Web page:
Lukashenka visits Austria: More than just business


Alyaksandr Lukashenka visiting Austria, phot. Belsat

The Belarusian President paid a two-day official visit to Austria, which has become his first trip to the EU in three years. In view of economic difficulties imposed by prices on Russian gas, Belarus is seeking a backup in the EU. The meeting of the presidents of Austria and Belarus showed that the countries are still on different pages. Welcoming more Austrian enterprises to Belarus is beneficial for the country and Lukashenka himself. Despite its business interest in Belarus, Austria has clearly marked the importance of the political situation in the country.

Why Austria?

Visiting Austria became a thought-through decision for Lukashenka. Firstly, Belarus and Austria have quite strong business relations. After the scandalous informal visit of Lukashenka to Austria in 2002, when his stay there was paid from the secret account of the Austrian Olympic Committee, Raiffeisenbank, the Austrian business in Belarus had significantly spread. Raiffeisenbank, Telecom Austria, the insurance company Wiener Stadtische, construction STRABAG, Kronospan, Kapsch, and other Austrian companies have become significant players in the market of Belarus. Therefore, a number of Austrian businessmen are interested in good relations between Vienna and Minsk, and Belarusian authorities are trying to bring more Austrian investments into the country. Lukashenka said that currently, the parties are discussing several Belarusian-Austrian projects, including the introduction of 5G technologies in Belarus, totaling over $ 1 bn.

Alyaksandr Lukashenka visiting Austria, 12 November 2019. Phot. Belsat

Is it only the economic ties that have led to the choice of Austria as the place of Lukashenka’s first visit to the EU after the abolition of personal sanctions in 2016? the President of Belarus was invited to celebrate the anniversary of the end of the First World War in France, to the anniversary of the establishment of the Eastern Partnership in Belgium, to mark the beginning of the Second World War in Poland – but Lukashenka failed to accept all these invitations.

According to independent analysts, this is because the head of Belarus did not want to be just one of the ordinary members of a meeting of the leaders of the various states, and was looking for an opportunity to be in the spotlight. Invitation to Vienna in this regard suited for several reasons.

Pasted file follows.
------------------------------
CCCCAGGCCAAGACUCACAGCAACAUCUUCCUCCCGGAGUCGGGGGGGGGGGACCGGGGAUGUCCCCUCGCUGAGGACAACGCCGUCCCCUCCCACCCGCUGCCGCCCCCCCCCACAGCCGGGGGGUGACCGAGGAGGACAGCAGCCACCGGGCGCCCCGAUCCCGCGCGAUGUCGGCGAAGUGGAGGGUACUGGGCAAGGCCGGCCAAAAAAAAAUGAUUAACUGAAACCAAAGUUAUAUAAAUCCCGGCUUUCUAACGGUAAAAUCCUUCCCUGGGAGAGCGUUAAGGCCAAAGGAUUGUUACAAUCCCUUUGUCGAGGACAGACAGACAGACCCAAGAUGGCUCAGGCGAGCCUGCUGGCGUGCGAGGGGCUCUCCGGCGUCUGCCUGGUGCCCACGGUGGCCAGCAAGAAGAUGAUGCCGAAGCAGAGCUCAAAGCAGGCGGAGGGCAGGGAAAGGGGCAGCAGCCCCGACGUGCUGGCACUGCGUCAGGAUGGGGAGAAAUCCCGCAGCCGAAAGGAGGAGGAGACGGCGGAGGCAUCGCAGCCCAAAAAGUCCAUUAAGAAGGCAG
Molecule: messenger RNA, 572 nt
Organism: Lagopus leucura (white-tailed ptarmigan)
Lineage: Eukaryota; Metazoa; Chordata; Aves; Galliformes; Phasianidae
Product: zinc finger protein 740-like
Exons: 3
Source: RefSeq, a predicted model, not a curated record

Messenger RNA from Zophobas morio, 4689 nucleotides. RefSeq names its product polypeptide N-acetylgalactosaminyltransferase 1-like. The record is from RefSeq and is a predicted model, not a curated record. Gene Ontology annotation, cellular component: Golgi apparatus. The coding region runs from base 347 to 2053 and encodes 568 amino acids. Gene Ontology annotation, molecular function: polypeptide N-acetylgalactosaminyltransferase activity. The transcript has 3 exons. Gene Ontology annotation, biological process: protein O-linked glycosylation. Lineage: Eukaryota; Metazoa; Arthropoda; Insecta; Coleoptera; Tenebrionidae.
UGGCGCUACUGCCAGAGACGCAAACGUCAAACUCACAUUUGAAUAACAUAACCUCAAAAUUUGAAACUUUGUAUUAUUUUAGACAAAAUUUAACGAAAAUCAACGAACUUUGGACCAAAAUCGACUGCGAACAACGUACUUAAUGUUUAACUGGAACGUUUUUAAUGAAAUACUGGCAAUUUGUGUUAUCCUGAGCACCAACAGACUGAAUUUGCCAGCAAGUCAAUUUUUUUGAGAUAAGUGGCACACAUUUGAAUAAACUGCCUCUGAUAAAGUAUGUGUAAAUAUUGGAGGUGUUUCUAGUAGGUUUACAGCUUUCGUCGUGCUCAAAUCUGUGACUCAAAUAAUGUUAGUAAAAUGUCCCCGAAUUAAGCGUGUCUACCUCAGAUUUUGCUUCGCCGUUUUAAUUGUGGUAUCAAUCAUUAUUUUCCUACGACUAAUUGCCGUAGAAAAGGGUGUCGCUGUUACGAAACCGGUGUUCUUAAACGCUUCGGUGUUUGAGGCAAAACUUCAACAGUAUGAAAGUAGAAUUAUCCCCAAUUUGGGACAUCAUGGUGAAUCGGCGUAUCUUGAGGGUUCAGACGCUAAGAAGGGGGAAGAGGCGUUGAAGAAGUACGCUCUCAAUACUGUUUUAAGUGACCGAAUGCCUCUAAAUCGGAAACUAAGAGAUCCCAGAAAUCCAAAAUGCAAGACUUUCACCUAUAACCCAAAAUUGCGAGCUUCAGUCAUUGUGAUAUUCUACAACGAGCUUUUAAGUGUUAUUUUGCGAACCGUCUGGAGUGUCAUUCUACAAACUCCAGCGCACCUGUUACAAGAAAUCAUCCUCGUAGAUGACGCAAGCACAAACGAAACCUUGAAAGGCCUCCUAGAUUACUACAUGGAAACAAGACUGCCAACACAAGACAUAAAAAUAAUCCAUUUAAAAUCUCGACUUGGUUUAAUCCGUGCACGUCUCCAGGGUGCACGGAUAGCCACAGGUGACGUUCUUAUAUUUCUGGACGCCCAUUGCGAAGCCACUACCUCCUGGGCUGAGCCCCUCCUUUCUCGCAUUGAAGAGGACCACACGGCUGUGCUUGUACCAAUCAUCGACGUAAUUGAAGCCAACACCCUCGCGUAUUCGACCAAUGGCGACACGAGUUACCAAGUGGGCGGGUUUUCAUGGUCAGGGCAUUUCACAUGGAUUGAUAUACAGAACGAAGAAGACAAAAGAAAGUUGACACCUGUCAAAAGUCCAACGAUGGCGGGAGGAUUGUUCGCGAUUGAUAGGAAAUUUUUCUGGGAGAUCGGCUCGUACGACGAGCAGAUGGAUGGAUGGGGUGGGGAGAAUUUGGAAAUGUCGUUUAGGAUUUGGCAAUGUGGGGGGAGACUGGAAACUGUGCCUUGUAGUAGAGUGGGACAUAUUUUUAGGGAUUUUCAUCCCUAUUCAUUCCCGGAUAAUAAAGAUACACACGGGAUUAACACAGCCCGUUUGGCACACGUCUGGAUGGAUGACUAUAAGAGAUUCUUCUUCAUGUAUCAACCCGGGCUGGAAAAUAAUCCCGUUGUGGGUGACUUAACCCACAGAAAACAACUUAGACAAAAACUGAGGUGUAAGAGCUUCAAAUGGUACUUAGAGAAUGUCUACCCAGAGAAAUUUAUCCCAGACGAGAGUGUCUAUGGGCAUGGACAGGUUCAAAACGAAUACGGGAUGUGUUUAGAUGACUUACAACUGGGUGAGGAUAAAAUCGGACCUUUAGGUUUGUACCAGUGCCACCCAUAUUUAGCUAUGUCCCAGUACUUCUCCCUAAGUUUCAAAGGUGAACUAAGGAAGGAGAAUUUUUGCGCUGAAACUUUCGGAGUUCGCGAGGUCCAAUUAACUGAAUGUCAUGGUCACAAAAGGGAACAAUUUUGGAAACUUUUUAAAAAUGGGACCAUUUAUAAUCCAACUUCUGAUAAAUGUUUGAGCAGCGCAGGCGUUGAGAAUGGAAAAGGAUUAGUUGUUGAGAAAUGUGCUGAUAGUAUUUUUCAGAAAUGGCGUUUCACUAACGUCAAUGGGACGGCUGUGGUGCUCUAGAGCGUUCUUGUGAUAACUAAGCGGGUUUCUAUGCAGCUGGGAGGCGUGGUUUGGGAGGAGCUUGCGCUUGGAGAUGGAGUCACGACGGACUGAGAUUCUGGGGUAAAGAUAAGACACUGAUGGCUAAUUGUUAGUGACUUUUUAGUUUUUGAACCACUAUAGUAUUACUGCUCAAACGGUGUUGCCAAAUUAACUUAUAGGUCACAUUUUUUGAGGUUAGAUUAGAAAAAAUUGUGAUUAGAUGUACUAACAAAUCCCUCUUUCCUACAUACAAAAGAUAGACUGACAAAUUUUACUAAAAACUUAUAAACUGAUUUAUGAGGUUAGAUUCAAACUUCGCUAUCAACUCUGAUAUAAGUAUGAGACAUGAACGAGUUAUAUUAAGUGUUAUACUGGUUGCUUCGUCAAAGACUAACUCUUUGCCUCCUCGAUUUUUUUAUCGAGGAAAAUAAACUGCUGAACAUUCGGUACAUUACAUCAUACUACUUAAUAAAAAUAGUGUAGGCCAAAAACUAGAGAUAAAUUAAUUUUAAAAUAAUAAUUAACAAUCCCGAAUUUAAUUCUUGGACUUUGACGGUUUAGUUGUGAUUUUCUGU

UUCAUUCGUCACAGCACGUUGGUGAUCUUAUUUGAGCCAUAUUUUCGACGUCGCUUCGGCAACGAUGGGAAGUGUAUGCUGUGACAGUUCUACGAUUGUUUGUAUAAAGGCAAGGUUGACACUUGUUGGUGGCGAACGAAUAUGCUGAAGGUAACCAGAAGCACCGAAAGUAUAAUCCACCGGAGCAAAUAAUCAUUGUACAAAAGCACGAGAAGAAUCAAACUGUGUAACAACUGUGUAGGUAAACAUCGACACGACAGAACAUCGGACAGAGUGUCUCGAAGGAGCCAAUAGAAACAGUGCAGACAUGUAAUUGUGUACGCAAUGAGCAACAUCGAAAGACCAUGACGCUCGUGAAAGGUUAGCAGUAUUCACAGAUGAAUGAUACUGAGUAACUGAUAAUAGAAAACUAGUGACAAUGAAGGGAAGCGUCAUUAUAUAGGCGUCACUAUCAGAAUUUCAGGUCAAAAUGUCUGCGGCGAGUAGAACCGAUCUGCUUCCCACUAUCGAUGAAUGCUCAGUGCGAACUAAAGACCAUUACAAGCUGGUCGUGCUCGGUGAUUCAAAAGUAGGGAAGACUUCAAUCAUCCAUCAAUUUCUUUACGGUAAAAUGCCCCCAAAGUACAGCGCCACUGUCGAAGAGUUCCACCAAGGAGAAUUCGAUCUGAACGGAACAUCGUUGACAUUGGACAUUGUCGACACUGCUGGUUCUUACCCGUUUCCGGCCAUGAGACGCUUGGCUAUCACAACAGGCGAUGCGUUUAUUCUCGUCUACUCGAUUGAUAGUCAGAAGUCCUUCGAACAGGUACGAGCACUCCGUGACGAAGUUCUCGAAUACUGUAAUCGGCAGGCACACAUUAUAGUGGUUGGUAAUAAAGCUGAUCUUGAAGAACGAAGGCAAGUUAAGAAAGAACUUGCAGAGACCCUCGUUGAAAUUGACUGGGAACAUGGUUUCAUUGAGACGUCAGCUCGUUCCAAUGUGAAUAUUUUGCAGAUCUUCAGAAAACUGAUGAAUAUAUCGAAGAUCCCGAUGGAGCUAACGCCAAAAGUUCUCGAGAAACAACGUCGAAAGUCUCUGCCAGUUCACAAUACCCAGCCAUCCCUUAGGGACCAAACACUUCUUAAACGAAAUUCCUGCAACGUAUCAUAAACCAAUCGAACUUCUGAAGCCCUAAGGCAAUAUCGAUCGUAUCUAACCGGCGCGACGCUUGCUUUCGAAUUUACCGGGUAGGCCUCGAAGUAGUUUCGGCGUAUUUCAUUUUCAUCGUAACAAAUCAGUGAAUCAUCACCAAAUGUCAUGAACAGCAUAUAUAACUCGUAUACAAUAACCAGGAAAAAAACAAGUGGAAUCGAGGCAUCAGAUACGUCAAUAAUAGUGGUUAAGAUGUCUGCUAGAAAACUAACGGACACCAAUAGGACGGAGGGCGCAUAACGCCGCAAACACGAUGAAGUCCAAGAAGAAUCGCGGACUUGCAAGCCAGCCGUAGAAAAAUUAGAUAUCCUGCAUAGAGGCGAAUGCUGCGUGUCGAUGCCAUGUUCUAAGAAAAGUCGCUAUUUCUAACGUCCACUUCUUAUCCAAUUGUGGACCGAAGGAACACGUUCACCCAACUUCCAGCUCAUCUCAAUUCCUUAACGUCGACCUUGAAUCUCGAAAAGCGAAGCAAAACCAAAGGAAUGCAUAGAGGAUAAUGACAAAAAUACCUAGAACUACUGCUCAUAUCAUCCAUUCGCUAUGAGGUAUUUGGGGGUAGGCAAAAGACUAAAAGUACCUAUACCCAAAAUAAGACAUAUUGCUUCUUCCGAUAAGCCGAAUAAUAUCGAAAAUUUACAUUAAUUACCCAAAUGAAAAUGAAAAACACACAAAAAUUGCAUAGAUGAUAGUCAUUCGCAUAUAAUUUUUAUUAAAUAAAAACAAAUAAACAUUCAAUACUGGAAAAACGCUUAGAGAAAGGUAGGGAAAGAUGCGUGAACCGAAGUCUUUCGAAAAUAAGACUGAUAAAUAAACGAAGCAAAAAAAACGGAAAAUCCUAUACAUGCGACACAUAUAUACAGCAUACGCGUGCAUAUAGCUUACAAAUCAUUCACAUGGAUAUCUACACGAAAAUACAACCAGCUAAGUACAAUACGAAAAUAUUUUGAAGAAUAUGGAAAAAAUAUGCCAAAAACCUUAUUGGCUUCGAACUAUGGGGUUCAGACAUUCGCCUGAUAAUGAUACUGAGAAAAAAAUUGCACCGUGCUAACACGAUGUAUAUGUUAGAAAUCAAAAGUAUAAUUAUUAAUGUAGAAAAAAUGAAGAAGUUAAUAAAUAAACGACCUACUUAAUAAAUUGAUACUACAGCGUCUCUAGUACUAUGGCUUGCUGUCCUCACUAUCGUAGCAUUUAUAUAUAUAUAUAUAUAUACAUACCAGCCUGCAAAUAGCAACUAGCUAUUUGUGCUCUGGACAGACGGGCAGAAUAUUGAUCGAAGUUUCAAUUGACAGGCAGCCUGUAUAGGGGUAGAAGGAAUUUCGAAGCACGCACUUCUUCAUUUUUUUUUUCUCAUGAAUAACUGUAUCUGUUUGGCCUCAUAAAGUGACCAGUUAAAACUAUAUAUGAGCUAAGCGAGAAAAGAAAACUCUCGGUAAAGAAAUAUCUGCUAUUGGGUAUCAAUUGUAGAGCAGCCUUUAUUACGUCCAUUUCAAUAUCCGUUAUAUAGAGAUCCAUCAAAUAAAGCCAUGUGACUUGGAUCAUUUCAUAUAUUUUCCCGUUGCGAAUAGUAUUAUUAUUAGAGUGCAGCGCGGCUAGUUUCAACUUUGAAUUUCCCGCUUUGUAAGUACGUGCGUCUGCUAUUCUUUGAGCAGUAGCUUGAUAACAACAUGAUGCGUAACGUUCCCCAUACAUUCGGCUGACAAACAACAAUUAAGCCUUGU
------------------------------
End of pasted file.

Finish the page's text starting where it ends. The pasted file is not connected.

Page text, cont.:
Firstly, Lukashenka has already met with Austrian politicians and businessmen and knows that they take quite a loyal attitude to both Belarus and its nearest ally, Russia. This is especially important for Lukashenka, who, a year before the presidential elections, seeks to demonstrate loyalty to both the East and the West. Secondly, Austria is not a member of NATO, and a visit to Vienna would not give occasion to accuse the Belarusian government in excessive rapprochement with the West. Thirdly, as Belarusian political analyst Alyaksandr Klaskouski notes, Lukashenka never misses an opportunity to ‘troll the Kremlin’ showing how easily Belarus can find a common language with the West.

Austria: money-democracy balance

During the press conference of the presidents, Alexander Van Der Bellen emphasized historical memory, Trastsyanets, and the death penalty moratorium. Ihar Kuley, a special correspondent of Belsat, says:

“Austrian President Van Der Bellen out of ten minutes of his speech devoted six minutes to historical memory and concentration camp Trastsianets, and one and a half minutes – to Chernobyl. And the rest 3,5 – to Eastern Partnership, economic agenda, etc.

In Austria, Lukashenka’s visit was perceived ambiguously. On the one hand, local businesses want to continue investing in Belarus. For this reason, Austrian politicians and businessmen sought to maintain contacts with Minsk even at a time when almost the entire leadership of the country was under sanctions from the EU. Sebastian Kurz, the leader of the People’s Party of Austria, which convincingly won the recent parliamentaryelections, had previously met with Lukashenka in Minsk. Kurz and his fellows have a right-wing populist reputation in the EU. In such a situation, Kurz can aim to present contacts with Minsk as lobbying for the economic interests of Austria. At the same time, Vienna could not avoid raising political issues during the meeting, as it would cause adverse reactions from the local media and the political opposition. Therefore, the president of Austria raised the issue of abolishing the death penalty in Belarus. Lukashenka responded in his usual populist manner, referring to the will of the Belarusian people and the fact that there are no problems with the limitations of human rights there.

A fake turn to the West

There is an opinion that Belarus seeks to change the one-sided geopolitical orientation and to have more balanced and friendly relations with the West. Activation of diplomatic ties with the US, the talks about an intention to supply hydrocarbons through Lithuania – still remain somewhat separate gestures than an established policy. In reality, Minsk demonstrates a commitment to increasing economic and political integration with Russia. In December, Belarus and Russia will sign a package of bilateral documents, which would further tie the Belarusian economy to Russia. In this sense, the visit to Austria was also important for Lukashenka in securing additional economic sources for the country.

Lukashenka in Vienna: Death penalty and $1 bn projects

Alesia Rudnik, belsat.eu

See also
Comments